The cold winter months are made for getting cozy, and nothing’s cozier than wrapping your hands around a nice warm mug—whether you are nestled under a fluffy throw on the couch or perched at your favorite bar. In either case, drinks of the season are even more soothing next to a roaring fire, don’t you agree? Certainly, the two most famous winter cocktails of all time are the hot toddy and egg nog. Let’s review some of the most popular restorative drinks that can heal the soul.
Not only is it enormously popular but it is also a great remedy for a cold—and quite easy to make. The basic hot toddy calls for boiling water, sugar, lemon, and whiskey.
“Our most popular hot drink is a hot toddy,” says Drake Burnett, bartender at The Ranch House in Santa Fe. “Especially because we are a whiskey bar and have more than 40 whiskeys to choose from. I definitely recommend using Blanton’s for a perfect hot drink.”
You can buy a prepared mix in a carton—or better yet, make it from scratch! This traditional drink dates back hundreds of years and features eggs, milk, cream, and spices like nutmeg and vanilla. Keep it kid-friendly or spike it with rum, brandy, or whiskey for grown-up tastes. It is said that its origins can be dated to medieval Britain as a drink called a “posset,” but it grew in popularity in colonial America, and by the 19th century it became forever linked with the holiday season. Here is one recipe to try!
Hot Buttered Rum
Here’s another pretty easy drink to whip up—with butter, hot water, spices like nutmeg and cinnamon, vanilla, brown sugar—and yes, rum. Some fans like to make a type of “batter” that can be stored in the refrigerator. This recipe from The Spruce Eats explains how to do it by the drink or batter method.
We like this last-minute recipe we found from Liquor.com advisory board member and barman H. Joseph Ehrmann that he says it is ideal for unexpected guests. Combine half a bottle of a fruity red such as syrah or Beaujolais with two ounces of brandy or bourbon, two star anise pods, a strip of lemon or orange peel, and one teaspoon of sugar. Cook ingredients until warm (not hot!) and garnish with cinnamon sticks.
Mexican Hot Chocolate
So the improvement on hot chocolate is the addition of cayenne pepper for an extra kick. Here’s a recipe from the Barefoot Contessa. A nice way to prepare your Mexican hot chocolate is to use a hand-carved wooden molinillo (Latin American whisk) to froth by hand. According to the experts at Kakawa Chocolate House, the froth created this way has been referred to as the “spirit of the drink.” Perhaps a molinillo could make for a really unique holiday gift? Check out a selection of them at Kakawa Chocolate House’s website or stop by their (2) locations in Santa Fe.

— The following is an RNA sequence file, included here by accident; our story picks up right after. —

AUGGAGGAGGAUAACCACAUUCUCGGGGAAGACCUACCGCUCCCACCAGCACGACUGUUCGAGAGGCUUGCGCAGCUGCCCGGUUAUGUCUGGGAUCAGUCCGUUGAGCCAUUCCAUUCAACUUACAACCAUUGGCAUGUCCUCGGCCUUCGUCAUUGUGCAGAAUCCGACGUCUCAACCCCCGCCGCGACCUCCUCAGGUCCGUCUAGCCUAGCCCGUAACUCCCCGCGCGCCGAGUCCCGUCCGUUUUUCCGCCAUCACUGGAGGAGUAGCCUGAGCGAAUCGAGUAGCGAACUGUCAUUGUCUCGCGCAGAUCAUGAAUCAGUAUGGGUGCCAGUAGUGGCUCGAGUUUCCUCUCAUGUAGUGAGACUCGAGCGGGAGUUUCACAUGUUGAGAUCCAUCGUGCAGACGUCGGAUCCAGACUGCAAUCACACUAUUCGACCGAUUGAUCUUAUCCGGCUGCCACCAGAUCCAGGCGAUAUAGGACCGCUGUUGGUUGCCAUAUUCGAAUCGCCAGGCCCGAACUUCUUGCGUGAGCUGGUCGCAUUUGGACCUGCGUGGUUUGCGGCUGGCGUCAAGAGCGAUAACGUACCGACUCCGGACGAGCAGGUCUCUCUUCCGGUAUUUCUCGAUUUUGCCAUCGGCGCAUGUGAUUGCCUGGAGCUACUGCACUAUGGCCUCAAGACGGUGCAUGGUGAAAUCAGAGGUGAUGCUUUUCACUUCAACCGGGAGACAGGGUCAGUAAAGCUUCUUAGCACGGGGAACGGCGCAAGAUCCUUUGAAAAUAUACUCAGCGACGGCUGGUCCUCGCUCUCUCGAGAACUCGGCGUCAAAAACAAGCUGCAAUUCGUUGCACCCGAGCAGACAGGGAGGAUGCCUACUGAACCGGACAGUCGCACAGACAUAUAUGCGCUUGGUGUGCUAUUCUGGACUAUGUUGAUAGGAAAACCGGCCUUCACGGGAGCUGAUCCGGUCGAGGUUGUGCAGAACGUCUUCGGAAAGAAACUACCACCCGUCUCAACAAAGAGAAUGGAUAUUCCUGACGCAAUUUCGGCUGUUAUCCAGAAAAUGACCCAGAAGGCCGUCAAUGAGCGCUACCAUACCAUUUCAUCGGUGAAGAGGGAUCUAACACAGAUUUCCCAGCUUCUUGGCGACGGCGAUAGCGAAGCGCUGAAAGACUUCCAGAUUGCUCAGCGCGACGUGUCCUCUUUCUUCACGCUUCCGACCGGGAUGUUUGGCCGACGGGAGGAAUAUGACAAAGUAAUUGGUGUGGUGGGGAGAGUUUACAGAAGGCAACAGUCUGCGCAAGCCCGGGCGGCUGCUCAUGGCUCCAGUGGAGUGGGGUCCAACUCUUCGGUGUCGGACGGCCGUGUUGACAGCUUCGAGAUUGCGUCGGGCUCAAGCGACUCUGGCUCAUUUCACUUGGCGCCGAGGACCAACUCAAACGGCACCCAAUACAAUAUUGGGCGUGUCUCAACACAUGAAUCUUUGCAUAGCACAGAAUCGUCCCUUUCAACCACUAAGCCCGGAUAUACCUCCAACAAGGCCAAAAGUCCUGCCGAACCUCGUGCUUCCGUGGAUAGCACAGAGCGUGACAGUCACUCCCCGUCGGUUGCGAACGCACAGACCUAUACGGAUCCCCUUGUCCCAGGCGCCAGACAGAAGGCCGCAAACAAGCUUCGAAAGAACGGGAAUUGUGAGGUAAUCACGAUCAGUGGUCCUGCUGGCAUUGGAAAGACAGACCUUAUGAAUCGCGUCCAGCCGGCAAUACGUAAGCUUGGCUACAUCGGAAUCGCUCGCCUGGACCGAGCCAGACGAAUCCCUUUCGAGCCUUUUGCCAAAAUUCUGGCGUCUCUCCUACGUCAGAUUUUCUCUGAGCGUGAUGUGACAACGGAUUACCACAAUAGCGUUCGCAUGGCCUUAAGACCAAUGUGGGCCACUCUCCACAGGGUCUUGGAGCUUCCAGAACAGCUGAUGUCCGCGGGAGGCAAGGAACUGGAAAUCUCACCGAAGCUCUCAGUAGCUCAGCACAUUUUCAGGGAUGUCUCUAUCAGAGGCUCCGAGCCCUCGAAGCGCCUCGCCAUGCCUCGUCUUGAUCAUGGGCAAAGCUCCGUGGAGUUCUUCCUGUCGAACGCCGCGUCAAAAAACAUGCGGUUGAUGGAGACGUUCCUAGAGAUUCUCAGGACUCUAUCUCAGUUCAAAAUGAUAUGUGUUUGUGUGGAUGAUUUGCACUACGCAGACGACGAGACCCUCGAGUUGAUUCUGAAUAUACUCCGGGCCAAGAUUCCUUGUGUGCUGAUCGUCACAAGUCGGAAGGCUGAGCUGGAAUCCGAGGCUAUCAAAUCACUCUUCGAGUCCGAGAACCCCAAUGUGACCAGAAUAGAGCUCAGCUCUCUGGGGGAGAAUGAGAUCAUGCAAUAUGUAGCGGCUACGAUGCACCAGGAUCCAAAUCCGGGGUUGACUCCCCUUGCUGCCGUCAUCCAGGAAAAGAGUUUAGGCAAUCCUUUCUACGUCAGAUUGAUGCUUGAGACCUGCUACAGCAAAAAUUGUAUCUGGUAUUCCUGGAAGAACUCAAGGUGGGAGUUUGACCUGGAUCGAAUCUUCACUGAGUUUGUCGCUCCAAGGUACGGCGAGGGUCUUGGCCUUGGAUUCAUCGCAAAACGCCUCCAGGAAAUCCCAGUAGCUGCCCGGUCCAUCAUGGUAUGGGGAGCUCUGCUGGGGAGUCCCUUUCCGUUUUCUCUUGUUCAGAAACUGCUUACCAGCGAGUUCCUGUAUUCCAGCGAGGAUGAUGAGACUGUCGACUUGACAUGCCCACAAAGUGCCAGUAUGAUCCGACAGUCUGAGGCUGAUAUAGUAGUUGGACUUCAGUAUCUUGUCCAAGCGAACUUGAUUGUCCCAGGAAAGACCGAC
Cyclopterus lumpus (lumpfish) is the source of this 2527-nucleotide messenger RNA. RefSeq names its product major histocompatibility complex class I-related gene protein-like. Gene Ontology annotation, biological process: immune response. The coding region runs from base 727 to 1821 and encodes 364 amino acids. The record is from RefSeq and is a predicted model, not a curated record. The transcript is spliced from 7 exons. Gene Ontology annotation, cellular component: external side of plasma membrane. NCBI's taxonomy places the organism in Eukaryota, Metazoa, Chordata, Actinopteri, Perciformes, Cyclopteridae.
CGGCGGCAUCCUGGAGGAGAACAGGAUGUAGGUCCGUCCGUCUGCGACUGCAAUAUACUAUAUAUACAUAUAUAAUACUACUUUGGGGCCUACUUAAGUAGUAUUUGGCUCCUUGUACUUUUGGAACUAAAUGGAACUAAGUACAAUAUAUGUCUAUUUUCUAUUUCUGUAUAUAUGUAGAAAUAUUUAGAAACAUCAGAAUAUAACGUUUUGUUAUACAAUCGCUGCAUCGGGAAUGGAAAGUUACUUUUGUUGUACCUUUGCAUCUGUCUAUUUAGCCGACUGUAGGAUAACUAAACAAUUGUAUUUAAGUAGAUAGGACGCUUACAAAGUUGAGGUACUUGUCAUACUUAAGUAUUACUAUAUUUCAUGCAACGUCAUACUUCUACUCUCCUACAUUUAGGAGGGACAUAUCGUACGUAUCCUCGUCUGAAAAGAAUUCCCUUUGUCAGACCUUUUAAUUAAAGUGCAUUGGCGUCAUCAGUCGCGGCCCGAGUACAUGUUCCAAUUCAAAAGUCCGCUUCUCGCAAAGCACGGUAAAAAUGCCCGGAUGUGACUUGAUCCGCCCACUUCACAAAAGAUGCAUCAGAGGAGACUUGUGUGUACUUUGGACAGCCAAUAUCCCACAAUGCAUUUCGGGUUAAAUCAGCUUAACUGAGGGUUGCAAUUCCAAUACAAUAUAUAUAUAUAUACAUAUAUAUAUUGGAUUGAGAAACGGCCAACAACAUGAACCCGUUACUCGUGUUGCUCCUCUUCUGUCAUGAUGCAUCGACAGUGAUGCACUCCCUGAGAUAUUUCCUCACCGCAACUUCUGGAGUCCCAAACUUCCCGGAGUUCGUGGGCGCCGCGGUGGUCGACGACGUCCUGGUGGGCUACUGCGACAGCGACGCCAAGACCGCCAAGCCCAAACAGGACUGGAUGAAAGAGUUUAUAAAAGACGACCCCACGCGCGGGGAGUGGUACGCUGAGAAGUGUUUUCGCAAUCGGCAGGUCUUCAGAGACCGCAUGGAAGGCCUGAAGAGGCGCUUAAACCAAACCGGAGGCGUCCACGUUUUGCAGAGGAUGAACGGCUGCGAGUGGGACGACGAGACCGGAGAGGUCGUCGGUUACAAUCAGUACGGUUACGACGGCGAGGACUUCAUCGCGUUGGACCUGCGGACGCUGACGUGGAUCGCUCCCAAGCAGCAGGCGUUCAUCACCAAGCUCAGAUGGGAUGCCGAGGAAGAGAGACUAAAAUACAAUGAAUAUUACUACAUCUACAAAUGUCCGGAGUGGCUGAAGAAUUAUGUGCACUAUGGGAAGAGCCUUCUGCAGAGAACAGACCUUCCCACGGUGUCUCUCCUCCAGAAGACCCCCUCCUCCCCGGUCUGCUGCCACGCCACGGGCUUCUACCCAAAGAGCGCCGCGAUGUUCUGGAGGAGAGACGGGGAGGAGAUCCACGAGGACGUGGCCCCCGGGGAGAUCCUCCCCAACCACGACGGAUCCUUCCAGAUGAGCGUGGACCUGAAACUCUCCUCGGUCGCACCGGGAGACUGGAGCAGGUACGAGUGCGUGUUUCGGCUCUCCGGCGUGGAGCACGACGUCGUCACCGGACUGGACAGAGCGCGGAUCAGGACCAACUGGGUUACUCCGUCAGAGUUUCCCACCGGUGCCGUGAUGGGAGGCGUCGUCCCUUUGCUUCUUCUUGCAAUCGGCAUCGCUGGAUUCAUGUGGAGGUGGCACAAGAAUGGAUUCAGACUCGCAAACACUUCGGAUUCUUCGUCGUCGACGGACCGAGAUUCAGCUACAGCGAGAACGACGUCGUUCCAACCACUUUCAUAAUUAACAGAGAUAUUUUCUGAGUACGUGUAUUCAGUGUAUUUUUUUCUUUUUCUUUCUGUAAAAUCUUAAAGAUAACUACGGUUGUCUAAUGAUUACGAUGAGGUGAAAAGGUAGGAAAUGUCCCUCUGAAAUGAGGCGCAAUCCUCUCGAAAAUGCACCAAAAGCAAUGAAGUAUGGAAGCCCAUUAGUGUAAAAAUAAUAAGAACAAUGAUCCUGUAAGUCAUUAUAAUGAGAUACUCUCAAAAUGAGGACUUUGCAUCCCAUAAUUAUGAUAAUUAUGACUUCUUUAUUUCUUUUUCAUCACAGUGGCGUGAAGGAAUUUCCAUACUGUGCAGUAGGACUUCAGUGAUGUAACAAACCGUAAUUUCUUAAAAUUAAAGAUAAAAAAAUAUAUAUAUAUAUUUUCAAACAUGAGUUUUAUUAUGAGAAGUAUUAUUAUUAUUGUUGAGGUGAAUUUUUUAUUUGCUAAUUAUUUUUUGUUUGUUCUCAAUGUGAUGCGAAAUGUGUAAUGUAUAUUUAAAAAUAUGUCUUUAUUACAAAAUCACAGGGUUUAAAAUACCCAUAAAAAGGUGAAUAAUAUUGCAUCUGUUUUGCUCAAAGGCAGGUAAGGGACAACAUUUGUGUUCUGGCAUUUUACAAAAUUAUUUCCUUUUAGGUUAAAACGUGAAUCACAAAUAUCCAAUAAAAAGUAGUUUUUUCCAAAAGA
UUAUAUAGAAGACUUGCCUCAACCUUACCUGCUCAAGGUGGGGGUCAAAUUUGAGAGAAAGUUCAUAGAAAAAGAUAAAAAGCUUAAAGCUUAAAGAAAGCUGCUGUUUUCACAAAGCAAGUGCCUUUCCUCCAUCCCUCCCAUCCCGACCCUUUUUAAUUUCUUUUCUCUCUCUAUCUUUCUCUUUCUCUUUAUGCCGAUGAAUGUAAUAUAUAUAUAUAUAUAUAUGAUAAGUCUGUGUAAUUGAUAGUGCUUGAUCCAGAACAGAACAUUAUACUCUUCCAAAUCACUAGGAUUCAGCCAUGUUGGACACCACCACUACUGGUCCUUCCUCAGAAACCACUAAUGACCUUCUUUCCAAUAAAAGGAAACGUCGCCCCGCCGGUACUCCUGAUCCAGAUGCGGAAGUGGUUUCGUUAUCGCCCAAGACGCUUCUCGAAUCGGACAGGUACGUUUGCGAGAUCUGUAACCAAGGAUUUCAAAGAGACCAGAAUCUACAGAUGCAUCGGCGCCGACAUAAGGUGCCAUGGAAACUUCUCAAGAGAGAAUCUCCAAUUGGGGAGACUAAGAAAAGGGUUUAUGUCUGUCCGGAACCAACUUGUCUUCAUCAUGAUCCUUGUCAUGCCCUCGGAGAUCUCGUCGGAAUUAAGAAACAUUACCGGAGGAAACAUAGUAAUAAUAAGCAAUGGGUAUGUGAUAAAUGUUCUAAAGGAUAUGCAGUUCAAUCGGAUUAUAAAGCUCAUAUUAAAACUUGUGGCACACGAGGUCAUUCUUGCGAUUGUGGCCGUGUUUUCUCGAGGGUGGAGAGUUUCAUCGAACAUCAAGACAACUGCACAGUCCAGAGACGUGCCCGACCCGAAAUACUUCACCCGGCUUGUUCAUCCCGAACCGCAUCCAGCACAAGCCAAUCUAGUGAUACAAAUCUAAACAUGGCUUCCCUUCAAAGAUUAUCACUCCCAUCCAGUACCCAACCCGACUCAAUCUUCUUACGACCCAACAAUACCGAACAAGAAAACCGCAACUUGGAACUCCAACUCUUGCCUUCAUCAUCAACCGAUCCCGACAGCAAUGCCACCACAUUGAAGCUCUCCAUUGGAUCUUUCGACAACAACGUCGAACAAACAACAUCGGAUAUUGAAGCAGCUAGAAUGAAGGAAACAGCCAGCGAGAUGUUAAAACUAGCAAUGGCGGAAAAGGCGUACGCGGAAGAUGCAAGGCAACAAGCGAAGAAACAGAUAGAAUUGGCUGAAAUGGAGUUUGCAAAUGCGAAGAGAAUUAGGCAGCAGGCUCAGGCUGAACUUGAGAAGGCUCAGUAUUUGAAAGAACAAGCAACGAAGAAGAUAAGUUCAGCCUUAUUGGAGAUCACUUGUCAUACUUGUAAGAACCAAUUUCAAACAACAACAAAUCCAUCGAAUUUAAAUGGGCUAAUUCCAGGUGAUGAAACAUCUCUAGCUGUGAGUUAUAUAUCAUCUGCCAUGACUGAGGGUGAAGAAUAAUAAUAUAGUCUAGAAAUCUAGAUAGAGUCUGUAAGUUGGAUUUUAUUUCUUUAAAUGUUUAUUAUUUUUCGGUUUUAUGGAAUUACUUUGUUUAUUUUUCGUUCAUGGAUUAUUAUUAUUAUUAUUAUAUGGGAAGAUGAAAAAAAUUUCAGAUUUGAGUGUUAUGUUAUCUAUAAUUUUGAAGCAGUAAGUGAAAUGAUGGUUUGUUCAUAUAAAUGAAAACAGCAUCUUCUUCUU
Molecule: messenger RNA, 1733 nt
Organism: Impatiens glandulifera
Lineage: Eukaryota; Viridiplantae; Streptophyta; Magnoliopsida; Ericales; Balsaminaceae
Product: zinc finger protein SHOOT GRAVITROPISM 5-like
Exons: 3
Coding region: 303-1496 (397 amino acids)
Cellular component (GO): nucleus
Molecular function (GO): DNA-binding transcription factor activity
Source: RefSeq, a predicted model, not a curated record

Spiked Hot Chocolate
There are endless variations on how to make a tipsy hot chocolate—including using Drambuie, brandy, whiskey, vodka and chocolate liquor, peppermint Schnapps and chocolate liquor, and more. Gabe Rea, manager at Totemoff’s Bar at Santa Fe Ski Area, says they are famous for The Totemoff—a hot chocolate spiked with Wild Turkey, Meyer’s Rum, and Kahlua. Ski with caution after drinking one of those! Congrats to Totemoff’s for just being voted #8 best ski bar in the U.S. by USA Today.
For those addicted to their java, there’s this—hot coffee, Irish whiskey, sugar, and cream on top. Delish.com has a recipe to try.
“We do a great coffee drink called The Slippery Irishman,” says Totemoff’s Rea. “We use Irish whiskey, cream, and local coffee beans.” He says fresh coffee is essential and they grind their coffee beans daily.
Sweet and chocolaty champurrado is made from corn masa and chocolate, and is a type of atole (traditional hot corn- and masa-based beverage of Mesoamerican origin). One place of note to try one is Marielena’s Bakery Panaderia in Albuquerque. Want to try to make it yourself? Here’s a recipe from allrecipes.com.
The one common theme among all these drinks is their high caloric value. So in light of that, here are a few sources to help you choose warm drinks that are a little more waist-friendly. (Tricks include soy milk, nonfat milk, agave instead of sugar, and more.) Cheers!